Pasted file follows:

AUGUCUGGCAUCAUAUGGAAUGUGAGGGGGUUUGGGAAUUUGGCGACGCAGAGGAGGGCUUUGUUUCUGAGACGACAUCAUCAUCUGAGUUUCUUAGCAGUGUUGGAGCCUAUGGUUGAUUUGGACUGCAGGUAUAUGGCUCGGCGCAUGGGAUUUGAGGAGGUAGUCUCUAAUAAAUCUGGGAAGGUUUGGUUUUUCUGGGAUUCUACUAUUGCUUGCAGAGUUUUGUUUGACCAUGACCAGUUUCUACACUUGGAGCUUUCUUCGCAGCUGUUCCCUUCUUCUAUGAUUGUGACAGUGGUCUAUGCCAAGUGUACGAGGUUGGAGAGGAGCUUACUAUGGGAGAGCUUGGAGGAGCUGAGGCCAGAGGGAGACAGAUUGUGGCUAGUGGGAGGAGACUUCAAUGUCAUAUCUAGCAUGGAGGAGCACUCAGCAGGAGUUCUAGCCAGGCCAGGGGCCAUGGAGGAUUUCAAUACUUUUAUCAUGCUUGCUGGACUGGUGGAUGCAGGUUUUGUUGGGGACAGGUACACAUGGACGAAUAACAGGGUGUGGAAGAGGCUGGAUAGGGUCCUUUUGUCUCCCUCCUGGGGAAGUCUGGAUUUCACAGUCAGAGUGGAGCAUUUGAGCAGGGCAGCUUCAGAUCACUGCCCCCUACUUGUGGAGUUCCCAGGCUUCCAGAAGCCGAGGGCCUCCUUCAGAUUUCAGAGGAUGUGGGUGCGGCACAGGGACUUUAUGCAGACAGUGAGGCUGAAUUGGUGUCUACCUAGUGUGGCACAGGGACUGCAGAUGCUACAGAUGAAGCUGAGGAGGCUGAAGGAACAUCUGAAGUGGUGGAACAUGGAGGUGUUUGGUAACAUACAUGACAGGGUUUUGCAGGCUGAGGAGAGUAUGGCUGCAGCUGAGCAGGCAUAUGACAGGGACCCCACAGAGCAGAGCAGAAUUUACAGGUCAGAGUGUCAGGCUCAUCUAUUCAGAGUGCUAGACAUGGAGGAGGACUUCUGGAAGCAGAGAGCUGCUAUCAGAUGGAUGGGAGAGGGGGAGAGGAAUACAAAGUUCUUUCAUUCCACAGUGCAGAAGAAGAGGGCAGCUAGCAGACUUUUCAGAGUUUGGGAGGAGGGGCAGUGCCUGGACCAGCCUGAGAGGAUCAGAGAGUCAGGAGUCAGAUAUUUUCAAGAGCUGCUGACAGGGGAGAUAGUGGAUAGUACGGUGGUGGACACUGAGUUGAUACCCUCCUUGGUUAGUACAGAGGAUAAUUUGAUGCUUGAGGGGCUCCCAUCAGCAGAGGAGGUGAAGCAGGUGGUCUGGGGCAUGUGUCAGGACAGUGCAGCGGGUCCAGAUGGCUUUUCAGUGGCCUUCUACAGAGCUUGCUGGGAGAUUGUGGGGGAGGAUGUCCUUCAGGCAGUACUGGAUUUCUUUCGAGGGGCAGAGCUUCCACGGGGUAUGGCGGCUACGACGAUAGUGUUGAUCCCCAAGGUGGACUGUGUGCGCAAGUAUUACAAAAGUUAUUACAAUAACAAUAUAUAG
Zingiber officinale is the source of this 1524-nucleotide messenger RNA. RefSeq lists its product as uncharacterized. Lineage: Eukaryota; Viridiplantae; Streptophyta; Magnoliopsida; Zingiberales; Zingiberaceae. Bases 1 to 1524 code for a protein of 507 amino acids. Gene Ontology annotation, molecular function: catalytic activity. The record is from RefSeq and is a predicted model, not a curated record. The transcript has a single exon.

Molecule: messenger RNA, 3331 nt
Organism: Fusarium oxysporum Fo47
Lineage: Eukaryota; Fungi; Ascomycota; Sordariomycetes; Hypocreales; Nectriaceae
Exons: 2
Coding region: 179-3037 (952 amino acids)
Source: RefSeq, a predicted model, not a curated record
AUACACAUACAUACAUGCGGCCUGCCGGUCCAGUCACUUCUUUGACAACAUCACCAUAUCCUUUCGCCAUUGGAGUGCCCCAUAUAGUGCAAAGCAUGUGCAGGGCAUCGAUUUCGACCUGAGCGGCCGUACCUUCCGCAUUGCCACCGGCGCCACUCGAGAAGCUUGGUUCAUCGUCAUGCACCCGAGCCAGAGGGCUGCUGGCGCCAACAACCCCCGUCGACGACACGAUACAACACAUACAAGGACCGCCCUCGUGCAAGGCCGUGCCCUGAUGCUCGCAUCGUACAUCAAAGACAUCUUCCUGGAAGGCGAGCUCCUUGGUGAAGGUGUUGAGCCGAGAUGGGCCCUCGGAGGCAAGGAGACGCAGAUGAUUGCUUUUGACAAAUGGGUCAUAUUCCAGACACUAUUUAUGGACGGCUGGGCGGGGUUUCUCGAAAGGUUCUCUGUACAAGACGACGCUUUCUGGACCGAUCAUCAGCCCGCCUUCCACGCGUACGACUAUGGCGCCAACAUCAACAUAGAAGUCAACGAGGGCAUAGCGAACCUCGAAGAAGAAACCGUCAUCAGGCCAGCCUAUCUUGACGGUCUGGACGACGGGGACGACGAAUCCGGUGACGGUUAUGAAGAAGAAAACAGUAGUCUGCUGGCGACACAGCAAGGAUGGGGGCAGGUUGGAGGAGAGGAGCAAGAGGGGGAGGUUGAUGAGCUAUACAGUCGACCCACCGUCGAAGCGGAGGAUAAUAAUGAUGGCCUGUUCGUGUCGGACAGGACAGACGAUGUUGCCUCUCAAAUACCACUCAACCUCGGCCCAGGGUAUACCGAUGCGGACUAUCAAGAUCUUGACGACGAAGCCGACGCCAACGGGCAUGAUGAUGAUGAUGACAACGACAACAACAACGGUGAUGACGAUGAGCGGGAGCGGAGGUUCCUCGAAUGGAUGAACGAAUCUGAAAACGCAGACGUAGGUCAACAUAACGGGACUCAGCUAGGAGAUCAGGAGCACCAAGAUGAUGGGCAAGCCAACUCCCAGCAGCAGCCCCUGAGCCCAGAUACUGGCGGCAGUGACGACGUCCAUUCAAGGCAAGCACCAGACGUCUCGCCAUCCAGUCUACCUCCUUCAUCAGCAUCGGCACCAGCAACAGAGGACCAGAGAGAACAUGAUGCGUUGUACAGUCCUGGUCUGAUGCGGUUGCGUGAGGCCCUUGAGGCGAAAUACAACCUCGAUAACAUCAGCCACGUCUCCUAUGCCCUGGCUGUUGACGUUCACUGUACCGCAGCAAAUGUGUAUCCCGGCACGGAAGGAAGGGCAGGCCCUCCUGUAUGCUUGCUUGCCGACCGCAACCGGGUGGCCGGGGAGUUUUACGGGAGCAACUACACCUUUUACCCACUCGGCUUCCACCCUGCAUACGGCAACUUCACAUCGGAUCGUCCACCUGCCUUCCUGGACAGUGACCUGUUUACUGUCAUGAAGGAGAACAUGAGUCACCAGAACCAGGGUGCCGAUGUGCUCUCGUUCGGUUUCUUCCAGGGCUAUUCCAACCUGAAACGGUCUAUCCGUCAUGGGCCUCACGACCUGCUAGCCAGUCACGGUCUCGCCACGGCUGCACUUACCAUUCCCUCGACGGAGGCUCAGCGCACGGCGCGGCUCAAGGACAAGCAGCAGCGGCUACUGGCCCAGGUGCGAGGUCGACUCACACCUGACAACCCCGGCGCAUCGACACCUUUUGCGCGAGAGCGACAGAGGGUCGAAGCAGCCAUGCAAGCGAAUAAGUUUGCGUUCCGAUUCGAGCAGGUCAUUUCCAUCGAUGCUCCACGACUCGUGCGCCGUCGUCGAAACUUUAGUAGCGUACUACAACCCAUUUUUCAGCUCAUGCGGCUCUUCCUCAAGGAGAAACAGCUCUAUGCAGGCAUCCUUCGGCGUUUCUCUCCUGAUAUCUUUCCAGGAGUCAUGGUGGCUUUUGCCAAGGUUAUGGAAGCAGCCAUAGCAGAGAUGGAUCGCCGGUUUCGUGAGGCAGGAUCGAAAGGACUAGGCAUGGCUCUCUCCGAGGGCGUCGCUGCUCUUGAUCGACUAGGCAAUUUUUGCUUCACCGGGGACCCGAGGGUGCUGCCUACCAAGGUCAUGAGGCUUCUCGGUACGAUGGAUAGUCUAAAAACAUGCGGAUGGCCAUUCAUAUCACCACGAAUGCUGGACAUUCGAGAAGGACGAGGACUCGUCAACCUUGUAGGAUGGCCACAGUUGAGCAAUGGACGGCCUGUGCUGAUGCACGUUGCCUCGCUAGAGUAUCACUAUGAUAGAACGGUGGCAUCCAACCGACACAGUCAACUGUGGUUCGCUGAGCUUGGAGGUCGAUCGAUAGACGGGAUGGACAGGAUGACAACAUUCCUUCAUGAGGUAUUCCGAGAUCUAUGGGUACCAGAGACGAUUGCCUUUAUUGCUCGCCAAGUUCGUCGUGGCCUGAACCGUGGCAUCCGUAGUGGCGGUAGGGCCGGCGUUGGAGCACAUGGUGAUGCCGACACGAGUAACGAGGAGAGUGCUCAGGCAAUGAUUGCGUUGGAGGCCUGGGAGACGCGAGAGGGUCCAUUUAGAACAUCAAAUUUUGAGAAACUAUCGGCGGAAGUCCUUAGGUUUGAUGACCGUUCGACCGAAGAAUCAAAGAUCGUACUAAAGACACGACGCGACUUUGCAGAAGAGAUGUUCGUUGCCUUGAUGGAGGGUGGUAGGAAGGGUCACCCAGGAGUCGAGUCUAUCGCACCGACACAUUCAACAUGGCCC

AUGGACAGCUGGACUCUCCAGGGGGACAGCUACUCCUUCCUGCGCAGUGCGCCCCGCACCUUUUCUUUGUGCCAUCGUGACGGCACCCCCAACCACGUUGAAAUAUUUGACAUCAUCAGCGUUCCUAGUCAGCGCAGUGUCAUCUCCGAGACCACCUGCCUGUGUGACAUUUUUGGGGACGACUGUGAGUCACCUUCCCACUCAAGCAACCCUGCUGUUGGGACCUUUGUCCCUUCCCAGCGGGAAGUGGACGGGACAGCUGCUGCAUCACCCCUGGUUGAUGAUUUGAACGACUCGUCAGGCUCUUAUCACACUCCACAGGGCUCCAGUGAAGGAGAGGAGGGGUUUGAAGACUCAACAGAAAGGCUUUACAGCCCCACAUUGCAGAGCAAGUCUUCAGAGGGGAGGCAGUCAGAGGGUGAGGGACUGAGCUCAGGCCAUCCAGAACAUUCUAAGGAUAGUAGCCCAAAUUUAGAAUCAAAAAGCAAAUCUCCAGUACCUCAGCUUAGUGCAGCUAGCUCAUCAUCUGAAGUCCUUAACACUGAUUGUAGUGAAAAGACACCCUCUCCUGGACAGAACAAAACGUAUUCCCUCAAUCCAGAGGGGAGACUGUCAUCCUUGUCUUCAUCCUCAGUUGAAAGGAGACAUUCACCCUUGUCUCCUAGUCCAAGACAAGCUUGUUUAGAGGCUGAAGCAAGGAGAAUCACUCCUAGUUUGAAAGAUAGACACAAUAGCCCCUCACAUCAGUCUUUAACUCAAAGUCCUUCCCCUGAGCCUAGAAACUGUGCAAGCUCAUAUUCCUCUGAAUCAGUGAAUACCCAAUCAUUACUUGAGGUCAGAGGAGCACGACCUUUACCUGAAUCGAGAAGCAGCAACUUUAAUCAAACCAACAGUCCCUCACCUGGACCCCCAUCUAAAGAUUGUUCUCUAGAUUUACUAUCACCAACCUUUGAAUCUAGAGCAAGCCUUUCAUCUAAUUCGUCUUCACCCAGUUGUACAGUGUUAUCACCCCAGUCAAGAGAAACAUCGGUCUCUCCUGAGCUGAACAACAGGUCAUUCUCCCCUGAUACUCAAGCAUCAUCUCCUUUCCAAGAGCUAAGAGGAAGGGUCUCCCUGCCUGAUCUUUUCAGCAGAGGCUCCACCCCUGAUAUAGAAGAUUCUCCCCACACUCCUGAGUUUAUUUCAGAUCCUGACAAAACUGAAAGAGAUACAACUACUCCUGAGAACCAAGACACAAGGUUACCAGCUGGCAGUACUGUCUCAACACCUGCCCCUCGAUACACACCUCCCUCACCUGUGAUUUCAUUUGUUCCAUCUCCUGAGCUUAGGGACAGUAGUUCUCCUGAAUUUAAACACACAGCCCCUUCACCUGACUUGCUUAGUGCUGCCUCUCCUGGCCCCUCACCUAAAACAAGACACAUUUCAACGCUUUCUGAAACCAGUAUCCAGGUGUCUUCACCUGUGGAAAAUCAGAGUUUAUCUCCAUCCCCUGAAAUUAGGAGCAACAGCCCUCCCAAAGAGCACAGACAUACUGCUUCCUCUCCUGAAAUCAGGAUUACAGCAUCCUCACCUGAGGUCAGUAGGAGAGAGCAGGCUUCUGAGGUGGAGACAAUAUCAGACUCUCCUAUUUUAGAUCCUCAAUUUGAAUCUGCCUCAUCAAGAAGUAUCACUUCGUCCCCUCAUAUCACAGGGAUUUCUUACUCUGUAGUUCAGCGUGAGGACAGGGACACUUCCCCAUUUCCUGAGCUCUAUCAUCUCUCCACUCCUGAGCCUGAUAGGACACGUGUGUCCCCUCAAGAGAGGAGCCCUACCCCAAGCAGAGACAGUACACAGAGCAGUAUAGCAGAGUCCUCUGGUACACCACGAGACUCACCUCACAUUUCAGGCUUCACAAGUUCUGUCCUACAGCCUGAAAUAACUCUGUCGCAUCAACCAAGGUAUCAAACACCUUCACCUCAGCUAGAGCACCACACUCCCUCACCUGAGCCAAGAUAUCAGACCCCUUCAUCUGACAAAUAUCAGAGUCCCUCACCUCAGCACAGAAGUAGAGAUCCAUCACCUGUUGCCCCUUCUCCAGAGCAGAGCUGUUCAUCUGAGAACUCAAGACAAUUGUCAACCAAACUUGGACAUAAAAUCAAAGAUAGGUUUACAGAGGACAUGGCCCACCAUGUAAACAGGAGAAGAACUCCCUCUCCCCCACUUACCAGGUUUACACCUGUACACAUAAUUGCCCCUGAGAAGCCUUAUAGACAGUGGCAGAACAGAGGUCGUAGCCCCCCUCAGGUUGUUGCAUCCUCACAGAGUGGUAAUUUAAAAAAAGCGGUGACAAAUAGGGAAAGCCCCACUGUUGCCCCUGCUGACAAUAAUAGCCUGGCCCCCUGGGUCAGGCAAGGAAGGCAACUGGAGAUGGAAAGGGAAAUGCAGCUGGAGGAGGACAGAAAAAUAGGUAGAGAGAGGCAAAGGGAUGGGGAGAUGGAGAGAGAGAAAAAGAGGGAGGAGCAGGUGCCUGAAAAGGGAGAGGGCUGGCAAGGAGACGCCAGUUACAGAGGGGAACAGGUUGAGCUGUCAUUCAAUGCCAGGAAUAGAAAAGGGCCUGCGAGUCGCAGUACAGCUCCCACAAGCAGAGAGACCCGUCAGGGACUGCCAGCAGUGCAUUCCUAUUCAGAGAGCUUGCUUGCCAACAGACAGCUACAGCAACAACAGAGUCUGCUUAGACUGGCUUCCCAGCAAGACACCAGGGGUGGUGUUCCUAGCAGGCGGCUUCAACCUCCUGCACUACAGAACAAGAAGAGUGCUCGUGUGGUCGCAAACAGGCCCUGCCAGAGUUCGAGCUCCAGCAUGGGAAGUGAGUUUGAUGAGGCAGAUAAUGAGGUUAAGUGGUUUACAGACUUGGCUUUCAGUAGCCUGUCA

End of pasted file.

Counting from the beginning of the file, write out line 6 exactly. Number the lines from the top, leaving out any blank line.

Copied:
Exons: 2